Borrego has been outspoken regarding his trust for Graham, recently saying that “No matter what he shoots, he is a positive for this team” (per Charlotte Observer’s Rick Bonnell). Frankly, I agree, and so does his on/off point differential of +11.3 (96th percentile) per Cleaning The Glass. This has been the case since he emerged as a rotational player for the Hornets in 2019, but it’s especially true over the last two games where he’s put up 19 assists to two turnovers. Graham’s decision-making is the most reliable individual skill on the Charlotte roster.
The willingness and ability of the Hornets’ guards to penetrate the lane and kick the ball out to shooters keeps defenses on edge at all times. Defenders can’t over-help or rotate too early/late, or they’re probably giving up an open three to someone who shoots above league-average.
Wanamaker was acquired from the Golden State Warriors for almost nothing at the trade deadline, and at the time it seemed clear he’d be Charlotte’s third point guard, utilized in a “break glass in case of emergency” type of role. In the 12 games since Hayward went down, Wanamaker has played less than 20 minutes in just five of them and has three games with 10 points/five assists or better.
These aren’t gaudy numbers, and they’re not being presented in an effort to make that point, either. As his old coach Brad Stevens has said hundreds of times, Wanamaker is sturdy. He’s Philly tough. He comes off the bench, does what the team asks him to do to the best of his ability, and sits without a qualm when it’s his turn to get subbed out. Coaches can’t ask for more than that from a backup point guard. Shout out to the free throw champion.
In order to convert an opportunity over a defender like the one in the video below, one has to have taken falls similar to this on blacktop countless times. The coordination, body control and focus to hit the leaner while getting knocked off your spot is impressive. It’s really fun to watch Wanamaker make his way to a spot, catch the ball, work up a full head of steam, drop his shoulder into his defender and then finish strong in the lane.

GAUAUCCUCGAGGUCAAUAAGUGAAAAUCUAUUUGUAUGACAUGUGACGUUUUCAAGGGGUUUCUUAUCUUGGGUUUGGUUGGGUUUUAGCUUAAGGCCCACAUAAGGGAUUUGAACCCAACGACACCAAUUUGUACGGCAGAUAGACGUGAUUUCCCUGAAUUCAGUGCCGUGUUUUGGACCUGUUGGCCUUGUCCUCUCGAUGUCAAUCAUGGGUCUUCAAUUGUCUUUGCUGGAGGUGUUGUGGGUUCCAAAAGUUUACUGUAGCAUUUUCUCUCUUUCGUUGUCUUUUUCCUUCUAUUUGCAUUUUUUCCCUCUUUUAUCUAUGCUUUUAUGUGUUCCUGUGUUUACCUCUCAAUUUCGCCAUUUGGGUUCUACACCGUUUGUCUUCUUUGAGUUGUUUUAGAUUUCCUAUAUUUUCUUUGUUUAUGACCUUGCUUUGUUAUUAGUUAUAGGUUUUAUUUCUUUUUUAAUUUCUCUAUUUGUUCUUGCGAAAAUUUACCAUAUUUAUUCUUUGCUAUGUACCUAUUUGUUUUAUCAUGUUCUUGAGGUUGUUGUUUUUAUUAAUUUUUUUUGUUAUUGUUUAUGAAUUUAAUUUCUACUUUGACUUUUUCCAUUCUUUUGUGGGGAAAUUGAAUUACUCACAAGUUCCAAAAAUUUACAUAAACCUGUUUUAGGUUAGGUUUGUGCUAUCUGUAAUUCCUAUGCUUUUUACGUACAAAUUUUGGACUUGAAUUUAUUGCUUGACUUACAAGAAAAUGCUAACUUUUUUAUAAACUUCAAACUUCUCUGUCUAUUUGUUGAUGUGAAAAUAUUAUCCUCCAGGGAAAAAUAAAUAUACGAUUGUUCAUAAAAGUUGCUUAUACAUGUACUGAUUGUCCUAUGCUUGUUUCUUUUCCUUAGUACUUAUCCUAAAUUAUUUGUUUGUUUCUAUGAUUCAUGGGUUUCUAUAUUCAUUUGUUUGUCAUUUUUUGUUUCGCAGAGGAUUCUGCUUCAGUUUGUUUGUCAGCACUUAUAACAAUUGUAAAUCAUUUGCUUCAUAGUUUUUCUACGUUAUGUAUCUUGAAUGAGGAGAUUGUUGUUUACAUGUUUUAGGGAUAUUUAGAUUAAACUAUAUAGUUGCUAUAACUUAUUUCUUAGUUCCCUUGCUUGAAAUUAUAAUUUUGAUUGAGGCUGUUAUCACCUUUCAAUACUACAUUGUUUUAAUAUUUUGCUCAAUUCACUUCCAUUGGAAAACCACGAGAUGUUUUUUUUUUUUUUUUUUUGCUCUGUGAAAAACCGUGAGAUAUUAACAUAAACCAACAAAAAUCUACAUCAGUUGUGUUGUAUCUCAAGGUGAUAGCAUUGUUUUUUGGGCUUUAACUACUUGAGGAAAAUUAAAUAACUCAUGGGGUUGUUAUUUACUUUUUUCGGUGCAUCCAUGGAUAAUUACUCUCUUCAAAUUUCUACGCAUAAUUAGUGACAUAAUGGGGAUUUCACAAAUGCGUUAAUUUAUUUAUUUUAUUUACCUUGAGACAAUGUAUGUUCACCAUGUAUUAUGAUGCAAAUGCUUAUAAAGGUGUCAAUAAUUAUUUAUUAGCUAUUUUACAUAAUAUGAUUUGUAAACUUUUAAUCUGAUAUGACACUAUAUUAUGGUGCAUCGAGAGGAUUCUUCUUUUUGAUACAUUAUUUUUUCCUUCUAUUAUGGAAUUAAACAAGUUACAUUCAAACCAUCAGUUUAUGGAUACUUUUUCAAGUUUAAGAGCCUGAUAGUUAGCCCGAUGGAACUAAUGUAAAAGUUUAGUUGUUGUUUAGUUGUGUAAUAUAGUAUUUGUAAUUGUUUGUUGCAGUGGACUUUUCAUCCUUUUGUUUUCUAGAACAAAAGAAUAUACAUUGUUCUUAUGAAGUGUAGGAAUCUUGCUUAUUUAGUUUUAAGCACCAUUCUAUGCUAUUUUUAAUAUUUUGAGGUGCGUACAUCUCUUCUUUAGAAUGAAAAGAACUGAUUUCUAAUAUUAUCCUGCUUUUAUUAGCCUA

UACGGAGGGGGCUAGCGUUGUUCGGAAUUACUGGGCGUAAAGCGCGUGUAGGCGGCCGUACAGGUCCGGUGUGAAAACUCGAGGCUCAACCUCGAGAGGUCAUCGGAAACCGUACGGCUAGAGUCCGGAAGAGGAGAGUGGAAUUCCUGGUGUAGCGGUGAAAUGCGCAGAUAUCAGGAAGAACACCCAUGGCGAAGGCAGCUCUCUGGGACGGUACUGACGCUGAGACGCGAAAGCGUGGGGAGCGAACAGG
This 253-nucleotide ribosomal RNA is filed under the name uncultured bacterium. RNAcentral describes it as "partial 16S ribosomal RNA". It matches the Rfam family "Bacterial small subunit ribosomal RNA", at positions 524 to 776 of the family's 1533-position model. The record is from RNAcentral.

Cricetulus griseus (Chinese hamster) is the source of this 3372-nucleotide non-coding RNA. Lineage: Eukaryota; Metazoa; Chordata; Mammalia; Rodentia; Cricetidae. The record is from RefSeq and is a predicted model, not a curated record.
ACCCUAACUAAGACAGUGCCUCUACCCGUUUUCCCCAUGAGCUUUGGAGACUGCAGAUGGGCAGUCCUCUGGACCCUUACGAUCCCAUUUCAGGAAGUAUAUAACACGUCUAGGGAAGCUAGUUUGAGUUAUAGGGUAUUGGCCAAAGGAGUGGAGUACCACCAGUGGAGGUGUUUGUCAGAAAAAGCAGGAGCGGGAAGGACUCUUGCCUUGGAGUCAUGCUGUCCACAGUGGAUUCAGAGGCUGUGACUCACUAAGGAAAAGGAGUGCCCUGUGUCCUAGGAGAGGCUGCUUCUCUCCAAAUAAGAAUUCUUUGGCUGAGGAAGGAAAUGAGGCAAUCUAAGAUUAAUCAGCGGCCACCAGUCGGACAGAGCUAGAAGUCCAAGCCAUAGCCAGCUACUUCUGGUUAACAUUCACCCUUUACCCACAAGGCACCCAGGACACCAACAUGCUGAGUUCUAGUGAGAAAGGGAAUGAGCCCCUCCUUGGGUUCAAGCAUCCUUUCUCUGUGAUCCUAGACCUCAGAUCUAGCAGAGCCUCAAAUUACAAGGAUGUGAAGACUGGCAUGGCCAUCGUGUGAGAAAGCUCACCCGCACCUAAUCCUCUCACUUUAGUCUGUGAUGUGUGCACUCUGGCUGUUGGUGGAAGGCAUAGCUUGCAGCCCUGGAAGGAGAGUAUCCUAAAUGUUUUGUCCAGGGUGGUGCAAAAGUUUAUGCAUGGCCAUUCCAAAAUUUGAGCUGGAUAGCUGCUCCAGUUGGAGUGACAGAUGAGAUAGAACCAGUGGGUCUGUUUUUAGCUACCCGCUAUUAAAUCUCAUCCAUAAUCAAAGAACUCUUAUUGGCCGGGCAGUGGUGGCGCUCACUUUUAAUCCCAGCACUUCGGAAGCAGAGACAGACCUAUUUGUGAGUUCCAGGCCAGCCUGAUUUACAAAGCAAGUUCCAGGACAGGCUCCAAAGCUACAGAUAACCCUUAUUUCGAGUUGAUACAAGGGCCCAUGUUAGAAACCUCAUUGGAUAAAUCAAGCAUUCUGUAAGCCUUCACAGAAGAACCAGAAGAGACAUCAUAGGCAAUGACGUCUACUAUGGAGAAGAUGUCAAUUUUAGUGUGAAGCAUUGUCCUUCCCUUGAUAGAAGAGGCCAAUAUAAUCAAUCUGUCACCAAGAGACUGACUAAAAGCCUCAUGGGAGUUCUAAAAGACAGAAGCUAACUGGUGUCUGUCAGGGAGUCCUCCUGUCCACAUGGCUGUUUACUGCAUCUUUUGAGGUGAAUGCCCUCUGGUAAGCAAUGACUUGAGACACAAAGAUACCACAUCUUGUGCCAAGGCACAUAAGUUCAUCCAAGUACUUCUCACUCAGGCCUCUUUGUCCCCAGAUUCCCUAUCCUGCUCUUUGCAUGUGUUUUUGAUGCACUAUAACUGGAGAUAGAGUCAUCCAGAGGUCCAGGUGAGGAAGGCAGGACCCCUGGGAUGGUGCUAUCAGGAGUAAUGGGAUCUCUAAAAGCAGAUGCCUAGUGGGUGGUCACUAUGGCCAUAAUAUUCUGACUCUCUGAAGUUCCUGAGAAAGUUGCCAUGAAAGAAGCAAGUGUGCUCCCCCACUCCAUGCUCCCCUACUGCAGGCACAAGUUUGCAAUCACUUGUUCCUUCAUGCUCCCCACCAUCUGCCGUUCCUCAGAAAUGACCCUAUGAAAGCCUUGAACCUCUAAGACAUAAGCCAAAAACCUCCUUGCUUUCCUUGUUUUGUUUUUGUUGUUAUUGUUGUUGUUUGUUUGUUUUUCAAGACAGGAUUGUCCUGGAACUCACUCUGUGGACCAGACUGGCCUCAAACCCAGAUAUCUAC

For Borrego, each of these guards presents a different matchup problem; Rozier can let it fly from anywhere inside of 28 feet and hit pull-ups in the mid-range, Graham is an elite pull-up 3-point shooter and decision-maker, and Wanamaker provides rim pressure and rarely makes mistakes on either end. The three-guard lineups have been an interesting experiment even if the results haven’t been overly promising, and in a way it provides a drawing board for the responsibilities Graham and Rozier will have when Ball returns and he’s inserted into three-guard lineups.
In a time where many thought the Hornets would be dead in the water—and they were for seven games, to be fair—they’ve been able to make something out of it. Bridges has blossomed, Washington is shooting with the utmost confidence, Cody Martin is impacting the game reminiscent of the end of his last season, and the Hornets’ guards have paced the offense and lifted them up during cold stretches.
Oh yeah, they also get Ball and Monk back in the near future. Good luck in the play-in, Eastern Conference.